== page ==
GRAND HAVEN, Mich. — Parents of Grand Haven Area Public Schools students have a decision to make.
The district on Monday released its back-to-school plan, which features two options: in-person learning and remote learning.
Superintendent Andrew Ingall said the two plans were made based on thousands of responses to a district survey.
“We had a strong indication from parents that they wanted in-person learning, and there were still a significant number of parents who wanted an online option,” Ingall said. “That rally drove the choice and the plan for us to try to give parents a choice.
“Everybody has their own need, and that’s why we ultimately decided we wanted to give people a choice,” he added. “We didn’t think there’s a single option, a single plan that’s going to satisfy everybody.”
Here’s a breakdown of the two options:
In response to parent surveys/requests, GHAPS is offering in-person learning every day when allowable by the state. Safety protocols will be used to maximize a healthy environment. Staff are prioritizing instructional time on essential learning with intervention to provide needed support. Teachers will proactively prepare students and families for at-home learning if it becomes necessary. If schools are required to shift to at-home learning, families can expect clear expectations, routines and a rigorous curriculum.
100 percent remote learning
Families can choose instruction and learning to happen in their home every day. A regional collaborative will support students in this model. The curriculum is rigorous and aligned to state standards. Specifically, the curriculum is Roadmaps from the University of Michigan for elementary students and Michigan Virtual for secondary students. Grand Haven teachers will be instructing students with occasional exceptions (small numbers). In this way, students can learn using a developed and reputable digital curriculum and with staff who represent the Grand Haven school district’s core values.
For both options, devices will be provided to all students from Young Fives through 12th grade.
Should at-home learning become required for all students, the following will come into play:
Students will have scheduled times to meet with their teacher for live instruction.
Students will have flexibility, with lessons communicated one week at a time. Recorded lessons will allow students to prepare for required live instruction on their schedule.
Learning materials will be sent home and exchanged as needed.
Student work counts toward report cards and a final grade.
While weekly learning expectations and teacher connections will be digital, not all learning will be in front of a screen. Traditional learning materials such as textbooks, books, paper and pencils will be used.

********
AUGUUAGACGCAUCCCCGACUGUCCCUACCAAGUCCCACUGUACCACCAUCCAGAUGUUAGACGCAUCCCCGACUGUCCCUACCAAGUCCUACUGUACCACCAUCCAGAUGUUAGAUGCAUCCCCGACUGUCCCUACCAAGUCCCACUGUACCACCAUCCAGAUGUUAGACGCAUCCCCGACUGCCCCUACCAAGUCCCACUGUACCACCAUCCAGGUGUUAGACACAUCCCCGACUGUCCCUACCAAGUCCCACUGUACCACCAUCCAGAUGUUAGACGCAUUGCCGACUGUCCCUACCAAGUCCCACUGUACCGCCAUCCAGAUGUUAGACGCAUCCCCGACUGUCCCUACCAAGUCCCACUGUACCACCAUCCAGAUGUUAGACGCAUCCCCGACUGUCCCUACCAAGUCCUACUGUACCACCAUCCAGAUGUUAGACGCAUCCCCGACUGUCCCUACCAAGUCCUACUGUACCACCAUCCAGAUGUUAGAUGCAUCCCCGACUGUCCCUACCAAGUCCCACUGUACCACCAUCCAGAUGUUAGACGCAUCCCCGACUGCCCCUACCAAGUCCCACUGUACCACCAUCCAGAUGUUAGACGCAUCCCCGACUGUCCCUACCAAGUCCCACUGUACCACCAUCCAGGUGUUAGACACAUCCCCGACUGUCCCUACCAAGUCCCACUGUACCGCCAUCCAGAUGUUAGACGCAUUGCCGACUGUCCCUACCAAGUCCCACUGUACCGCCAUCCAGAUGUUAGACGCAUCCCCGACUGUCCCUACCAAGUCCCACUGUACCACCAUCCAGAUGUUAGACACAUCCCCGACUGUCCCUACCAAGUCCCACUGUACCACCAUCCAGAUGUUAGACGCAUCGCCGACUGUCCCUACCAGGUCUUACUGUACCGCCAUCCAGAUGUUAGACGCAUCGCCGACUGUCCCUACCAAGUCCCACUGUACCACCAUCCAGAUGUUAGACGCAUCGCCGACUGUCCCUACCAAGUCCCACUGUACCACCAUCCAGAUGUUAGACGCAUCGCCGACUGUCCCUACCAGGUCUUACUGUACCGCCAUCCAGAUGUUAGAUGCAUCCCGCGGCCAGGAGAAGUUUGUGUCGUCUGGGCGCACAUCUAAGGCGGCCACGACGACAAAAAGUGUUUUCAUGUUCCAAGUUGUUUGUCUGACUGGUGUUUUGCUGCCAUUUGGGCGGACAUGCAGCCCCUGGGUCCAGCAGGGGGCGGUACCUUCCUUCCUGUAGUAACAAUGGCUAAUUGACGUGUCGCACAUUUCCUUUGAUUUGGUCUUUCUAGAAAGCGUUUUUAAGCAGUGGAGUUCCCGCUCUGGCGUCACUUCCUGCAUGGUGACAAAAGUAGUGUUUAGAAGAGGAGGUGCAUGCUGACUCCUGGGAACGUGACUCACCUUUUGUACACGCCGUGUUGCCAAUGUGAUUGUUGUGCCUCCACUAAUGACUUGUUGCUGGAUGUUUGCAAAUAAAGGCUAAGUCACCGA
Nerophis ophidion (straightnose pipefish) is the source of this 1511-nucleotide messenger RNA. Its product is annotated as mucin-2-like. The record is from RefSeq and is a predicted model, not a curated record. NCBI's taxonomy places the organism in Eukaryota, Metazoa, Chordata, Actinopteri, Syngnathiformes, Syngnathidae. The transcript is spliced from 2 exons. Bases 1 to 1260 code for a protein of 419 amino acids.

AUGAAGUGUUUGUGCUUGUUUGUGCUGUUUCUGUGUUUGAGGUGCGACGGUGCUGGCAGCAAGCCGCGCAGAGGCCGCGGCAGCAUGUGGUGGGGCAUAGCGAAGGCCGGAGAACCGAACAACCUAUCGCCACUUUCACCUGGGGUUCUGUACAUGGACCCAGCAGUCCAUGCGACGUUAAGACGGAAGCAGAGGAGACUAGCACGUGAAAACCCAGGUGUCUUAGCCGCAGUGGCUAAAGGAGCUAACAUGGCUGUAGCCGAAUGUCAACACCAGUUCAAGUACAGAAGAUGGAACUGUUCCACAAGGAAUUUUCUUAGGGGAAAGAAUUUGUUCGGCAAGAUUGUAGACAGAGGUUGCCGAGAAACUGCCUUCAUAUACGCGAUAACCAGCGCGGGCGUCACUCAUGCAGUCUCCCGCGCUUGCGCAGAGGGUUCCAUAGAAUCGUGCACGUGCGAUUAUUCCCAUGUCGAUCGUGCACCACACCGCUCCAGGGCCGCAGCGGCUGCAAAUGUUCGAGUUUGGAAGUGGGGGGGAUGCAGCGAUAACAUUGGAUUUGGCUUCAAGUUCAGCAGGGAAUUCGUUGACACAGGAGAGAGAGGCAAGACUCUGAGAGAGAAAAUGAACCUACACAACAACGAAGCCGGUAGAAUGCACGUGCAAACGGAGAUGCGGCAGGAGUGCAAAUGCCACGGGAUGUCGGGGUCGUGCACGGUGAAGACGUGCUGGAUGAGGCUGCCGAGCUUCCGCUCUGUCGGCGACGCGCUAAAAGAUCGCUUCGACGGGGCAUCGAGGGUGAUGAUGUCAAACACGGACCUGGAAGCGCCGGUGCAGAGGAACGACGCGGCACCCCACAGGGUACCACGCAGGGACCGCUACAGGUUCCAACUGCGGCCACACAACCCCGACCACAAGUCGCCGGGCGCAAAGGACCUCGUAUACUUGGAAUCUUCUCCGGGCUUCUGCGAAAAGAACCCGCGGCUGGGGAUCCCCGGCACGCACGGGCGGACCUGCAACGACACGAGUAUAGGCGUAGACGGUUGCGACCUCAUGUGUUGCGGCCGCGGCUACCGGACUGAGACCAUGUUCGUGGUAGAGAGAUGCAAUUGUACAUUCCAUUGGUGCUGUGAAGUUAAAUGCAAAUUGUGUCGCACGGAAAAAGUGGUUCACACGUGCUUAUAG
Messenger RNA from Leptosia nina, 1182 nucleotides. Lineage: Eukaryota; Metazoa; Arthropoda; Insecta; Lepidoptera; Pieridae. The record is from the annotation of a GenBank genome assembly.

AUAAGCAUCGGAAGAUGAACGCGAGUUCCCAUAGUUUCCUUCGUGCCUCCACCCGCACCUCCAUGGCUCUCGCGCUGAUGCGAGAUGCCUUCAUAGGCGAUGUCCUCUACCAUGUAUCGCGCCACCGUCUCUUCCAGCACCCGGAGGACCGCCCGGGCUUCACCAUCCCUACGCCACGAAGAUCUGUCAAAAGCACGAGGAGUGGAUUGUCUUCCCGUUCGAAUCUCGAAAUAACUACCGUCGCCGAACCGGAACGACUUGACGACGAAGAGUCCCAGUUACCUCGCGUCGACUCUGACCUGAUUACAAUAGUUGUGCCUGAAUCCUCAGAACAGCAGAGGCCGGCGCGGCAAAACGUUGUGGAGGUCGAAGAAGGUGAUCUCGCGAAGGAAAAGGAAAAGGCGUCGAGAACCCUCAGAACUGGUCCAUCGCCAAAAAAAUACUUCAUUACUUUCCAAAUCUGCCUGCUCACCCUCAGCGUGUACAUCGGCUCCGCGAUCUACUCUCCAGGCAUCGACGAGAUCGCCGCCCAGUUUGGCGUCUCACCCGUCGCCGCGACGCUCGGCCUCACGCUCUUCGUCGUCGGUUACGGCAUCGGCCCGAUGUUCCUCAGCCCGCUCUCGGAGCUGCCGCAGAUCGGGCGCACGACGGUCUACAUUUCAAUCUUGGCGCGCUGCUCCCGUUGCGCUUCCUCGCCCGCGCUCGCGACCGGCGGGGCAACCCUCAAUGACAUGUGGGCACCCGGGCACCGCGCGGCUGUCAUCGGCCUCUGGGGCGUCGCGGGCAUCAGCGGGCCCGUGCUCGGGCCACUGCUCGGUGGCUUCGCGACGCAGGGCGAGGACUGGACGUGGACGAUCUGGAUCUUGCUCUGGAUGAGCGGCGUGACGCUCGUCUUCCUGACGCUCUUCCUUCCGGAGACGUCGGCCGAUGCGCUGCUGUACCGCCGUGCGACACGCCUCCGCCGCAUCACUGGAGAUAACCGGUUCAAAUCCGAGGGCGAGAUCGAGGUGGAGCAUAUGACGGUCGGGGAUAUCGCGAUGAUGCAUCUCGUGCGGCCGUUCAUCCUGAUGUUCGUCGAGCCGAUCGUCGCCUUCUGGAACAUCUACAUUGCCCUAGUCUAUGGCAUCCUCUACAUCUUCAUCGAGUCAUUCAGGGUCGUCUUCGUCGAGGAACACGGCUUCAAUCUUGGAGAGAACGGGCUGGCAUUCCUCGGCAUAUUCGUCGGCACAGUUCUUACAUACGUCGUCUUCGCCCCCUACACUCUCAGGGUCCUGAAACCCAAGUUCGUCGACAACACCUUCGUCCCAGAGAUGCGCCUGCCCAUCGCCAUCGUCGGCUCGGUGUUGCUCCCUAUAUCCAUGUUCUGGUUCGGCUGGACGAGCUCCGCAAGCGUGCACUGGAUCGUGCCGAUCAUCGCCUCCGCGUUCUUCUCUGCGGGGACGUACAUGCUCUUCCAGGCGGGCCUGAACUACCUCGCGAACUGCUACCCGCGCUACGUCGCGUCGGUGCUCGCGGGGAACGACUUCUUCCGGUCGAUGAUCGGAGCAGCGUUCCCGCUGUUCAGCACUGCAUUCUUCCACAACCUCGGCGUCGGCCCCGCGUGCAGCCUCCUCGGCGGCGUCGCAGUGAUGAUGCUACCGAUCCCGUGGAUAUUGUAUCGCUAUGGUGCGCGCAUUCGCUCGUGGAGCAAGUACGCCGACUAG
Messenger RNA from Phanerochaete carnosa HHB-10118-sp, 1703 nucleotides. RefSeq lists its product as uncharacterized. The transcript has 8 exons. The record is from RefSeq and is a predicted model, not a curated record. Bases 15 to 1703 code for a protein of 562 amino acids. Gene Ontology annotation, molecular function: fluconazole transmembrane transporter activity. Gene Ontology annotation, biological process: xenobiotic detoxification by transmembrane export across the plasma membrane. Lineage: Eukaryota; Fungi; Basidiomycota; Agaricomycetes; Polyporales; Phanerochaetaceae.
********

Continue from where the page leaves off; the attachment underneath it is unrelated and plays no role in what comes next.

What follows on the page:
Ingall noted that, regardless of which option parents choose, students can count on the school district for food service, transportation, social-emotional wellness and special-education services.
“There are a lot of factors,” Ingall said. “Kids have physical needs that need to be met, such as food. They have social-emotional wellness needs and intellectual needs that must be met. The big picture is to provide the strongest possible educational environment and to do it in the safest way possible.”
Ingall noted that each building will have its own plan to help accommodate social distancing and limiting contact.
“The high school, because of the nature of a six-period day, is switching to three classes a day, which reduces passing time,” he explained. “That’s also a plan that, should we have to go fully remote, transitions well into that remote-learning environment.”
On buses, students will be required to wear face masks and will have permanent seating assignments.
Parents are asked to review the two options, and make a one-semester commitment to whichever choice they select. A decision is required by Monday, Aug. 10.
Spring Lake Public Schools
Spring Lake Public Schools is expected to have its back-to-school plan ready for families sometime this week.
In an update published on the district’s website on July 24, Superintendent Dennis Furton said students will have two options, assuming the region remains in Phase 4 of Gov. Gretchen Whitmer’s MI Safe Start Plan.
“SLPS will have two options this fall: face-to-face instruction and distance learning,” Furton wrote. “To be clear, our face-to-face plan has all students attending school each day. For parents who elect distance learning, SLPS will offer a largely online K-12 curriculum taught by a certified teacher.
“I can’t say enough about how hard staff have worked this summer preparing for the various scenarios we may face in the fall. They have been amazing,” he added. “In addition, thanks to our parents for continually providing us with some patience and space to work through these unprecedented and complex issues.”
Fruitport Community Schools
Fruitport Community Schools recently circulated a survey to district families to help the district shape its decisions.
The survey included the following message:
“For the last few months, groups of teachers and administrators have been working on our plan to return safely to school. We have reviewed your thoughts from the spring surveys, CDC guidelines and the Safe Schools Roadmap requirements provided by the state to develop our offerings for this fall. We worked hard to develop a plan that allows us teach to your children in person as much as possible within the guidelines we were given. However, we understand that there are still concerns that exist as our nation continues to fight this pandemic. Please fill out the survey below to let us know your intent for the fall. Your response will help us fine-tune our planning to be responsive to family needs.”
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